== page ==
CAMP BASTION, Afghanistan --
A young James C. Ragain found himself face to face with tragedy in his seventh-grade year. His father, a Navy dentist, had moved his family to Parris Island, S.C. where Ragain recalled his first contact with military chaplains that would forever change his life.
“One afternoon a couple buddies and I went to a local swimming pool and one of my friends drowned,” Ragain said. “The whole neighborhood came out to console the family. I remember the chaplains being out there to support the boy’s family. That was enough to really make a lasting impact on a young boy like me.”
After graduating from Miami University in Oxford, Ohio, with a degree in social studies education Ragain became a high school teacher.
But two years later, he still felt a call to serve the military and to serve God. So the Knoxville, Tenn., native decided to take part in the Navy’s chaplain candidate program.
“I became a chaplain candidate in 2003, and then went on to seminary where I worked on my Master of Divinity studies in Chicago,” said Ragain, who currently serves in the U.S. Navy’s chaplain corps as a lieutenant.
Ragain joined the active duty ranks in 2009, arriving at his first duty station at Marine Corps Air Station Cherry Point, N.C., and in 2011 deployed to Camp Bastion, Afghanistan, with Marine Aviation Logistics Squadron 40 as the squadron’s chaplain.
“What never changes is that you are facilitating a method for someone to get their religious needs, you’re caring for all the people, you’re doing counseling, advising the command and doing workspace visits,” said Ragain when comparing being a chaplain in garrison and on deployment.
“There is definitely a difference in the nature of the things we talk about in counseling, such as being separated from loved ones,” said Ragain, whose wife Michelle lives in New Bern, N.C., working both as a personal trainer and as a mother to the couple’s three children – including twin 3-year-old daughters. “The Marines are away from their families, just like I am, so I am able to counsel them and offer them first-hand guidance.”
Ragain provides several religious services every week and also works with his squadron’s leadership to work with Marines who may be facing difficulties.
“In addition to the regular services out here we are also doing suicide intervention training,” said Ragain. “It’s a week-long training program we do with leaders to help with anyone who may be having suicidal ideations.”
“I have had a couple of incidences in which I had to talk to Marines who were having troubling thoughts,” he said. “Generally, we would talk for a while and then I work with them to get the next level of help that they need.”
Ragain’s efforts have proved valuable to his command, and squadron leaders said the chaplain’s well-known sense of humor and approachability are ideal for reaching Marines of all ranks.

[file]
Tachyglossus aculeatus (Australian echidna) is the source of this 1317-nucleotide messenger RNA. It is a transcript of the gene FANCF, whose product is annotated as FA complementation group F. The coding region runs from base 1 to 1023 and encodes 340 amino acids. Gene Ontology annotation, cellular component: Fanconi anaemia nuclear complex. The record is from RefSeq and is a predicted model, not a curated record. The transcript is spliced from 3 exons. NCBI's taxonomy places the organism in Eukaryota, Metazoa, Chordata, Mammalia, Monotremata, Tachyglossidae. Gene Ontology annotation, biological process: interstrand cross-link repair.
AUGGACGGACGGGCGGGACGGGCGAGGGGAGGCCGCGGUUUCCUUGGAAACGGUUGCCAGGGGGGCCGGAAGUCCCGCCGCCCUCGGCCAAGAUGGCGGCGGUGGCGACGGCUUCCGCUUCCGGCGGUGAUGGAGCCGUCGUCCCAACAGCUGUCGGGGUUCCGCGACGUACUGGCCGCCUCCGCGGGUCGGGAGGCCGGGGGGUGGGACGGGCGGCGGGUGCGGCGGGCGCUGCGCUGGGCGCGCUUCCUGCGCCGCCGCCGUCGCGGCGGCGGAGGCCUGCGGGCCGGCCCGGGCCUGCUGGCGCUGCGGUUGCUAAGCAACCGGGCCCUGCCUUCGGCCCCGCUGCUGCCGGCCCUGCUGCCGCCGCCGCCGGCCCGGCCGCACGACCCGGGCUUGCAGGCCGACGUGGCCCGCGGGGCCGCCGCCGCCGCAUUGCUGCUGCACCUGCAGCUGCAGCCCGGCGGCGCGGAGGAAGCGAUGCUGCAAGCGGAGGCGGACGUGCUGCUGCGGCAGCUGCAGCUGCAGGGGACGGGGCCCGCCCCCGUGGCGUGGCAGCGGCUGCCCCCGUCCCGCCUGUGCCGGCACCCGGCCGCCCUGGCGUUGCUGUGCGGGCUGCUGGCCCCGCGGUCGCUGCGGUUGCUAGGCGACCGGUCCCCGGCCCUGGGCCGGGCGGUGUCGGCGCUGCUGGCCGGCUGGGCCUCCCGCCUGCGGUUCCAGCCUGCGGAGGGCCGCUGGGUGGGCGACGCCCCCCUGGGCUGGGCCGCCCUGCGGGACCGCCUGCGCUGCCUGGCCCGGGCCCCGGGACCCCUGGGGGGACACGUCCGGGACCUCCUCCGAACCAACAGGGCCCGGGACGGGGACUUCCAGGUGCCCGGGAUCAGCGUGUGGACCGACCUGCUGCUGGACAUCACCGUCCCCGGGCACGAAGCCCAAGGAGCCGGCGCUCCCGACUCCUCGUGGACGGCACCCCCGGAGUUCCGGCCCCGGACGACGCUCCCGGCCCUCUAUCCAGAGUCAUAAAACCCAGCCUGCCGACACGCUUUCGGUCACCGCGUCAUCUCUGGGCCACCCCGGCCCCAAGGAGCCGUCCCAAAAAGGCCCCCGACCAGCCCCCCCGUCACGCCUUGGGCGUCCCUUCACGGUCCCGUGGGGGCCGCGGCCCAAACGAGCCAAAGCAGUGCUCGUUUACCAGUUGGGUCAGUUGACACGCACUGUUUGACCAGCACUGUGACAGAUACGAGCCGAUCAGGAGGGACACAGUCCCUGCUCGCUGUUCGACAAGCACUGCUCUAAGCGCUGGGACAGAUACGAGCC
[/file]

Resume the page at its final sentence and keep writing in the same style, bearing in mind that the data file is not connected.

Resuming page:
“He’s probably the greatest secret weapon I have here in my squadron,” said Lt. Col. Clarence Harper, the MALS-40 commanding officer. “The way he goes about building religious programs within the squadron is exceptional. He’s just a tremendous help. I love that guy like a brother.”
1st Lt. Joseph W. Steen, the logistics officer for MALS-40 said he goes to Wednesday night services regularly to continue his spiritual education. He said since he met Ragain, they have become close friends.
“He’s one of the best chaplains I’ve ever met,” said Steen. “He is appreciated and very respected in this squadron. We talk about three times a week and I can honestly say that we have a deep sense of friendship.”
Petty Officer 2nd Class Jason Dockter serves as a religious programs specialist for MALS-40 and works side-by-side with Ragain.
“Chaplain Ragain has been great to work for,” said Dockter. “I can work with him on a professional level, but I can also connect with him on a personal level and I think that helps us develop as a team when we meet with Marines and interact with them.”
Since he’s been working with Ragain, Dockter has been in a prime position to witness the positive influence Ragain has made on the squadron.
“I definitely see the impact he makes,” said Dockter. “It’s been apparent in our Bible studies. When we first got here the Bible studies started off very small and since then, they have grown exponentially. I think that is a testament to the kind of person that Chaplain Ragain is and how he’s able to deliver the word of God.”
Although Ragain is known as a fun and approachable person, he takes his ministry very seriously.
“I think the best thing that a chaplain can offer service members in a deployed environment is a representation of who God is,” said Ragain. “Since we’re strictly noncombatants and are not allowed to carry weapons we’re set apart and I think people want us to be that representation of God.”
Although he has gained the trust and appreciation of many Marines and Sailors in MALS-40, Ragain’s goals are far from accomplished.
“I want to be obedient to God. Being faithful to him and serving the Marines and Sailors the best I can is the best way I can do that,” Ragain said. “I just take it tour by tour and see where God leads me. I want to continue to grow in leadership, grow in my knowledge of scripture and who God is and how to best be a representative of him in whatever setting I’m in.”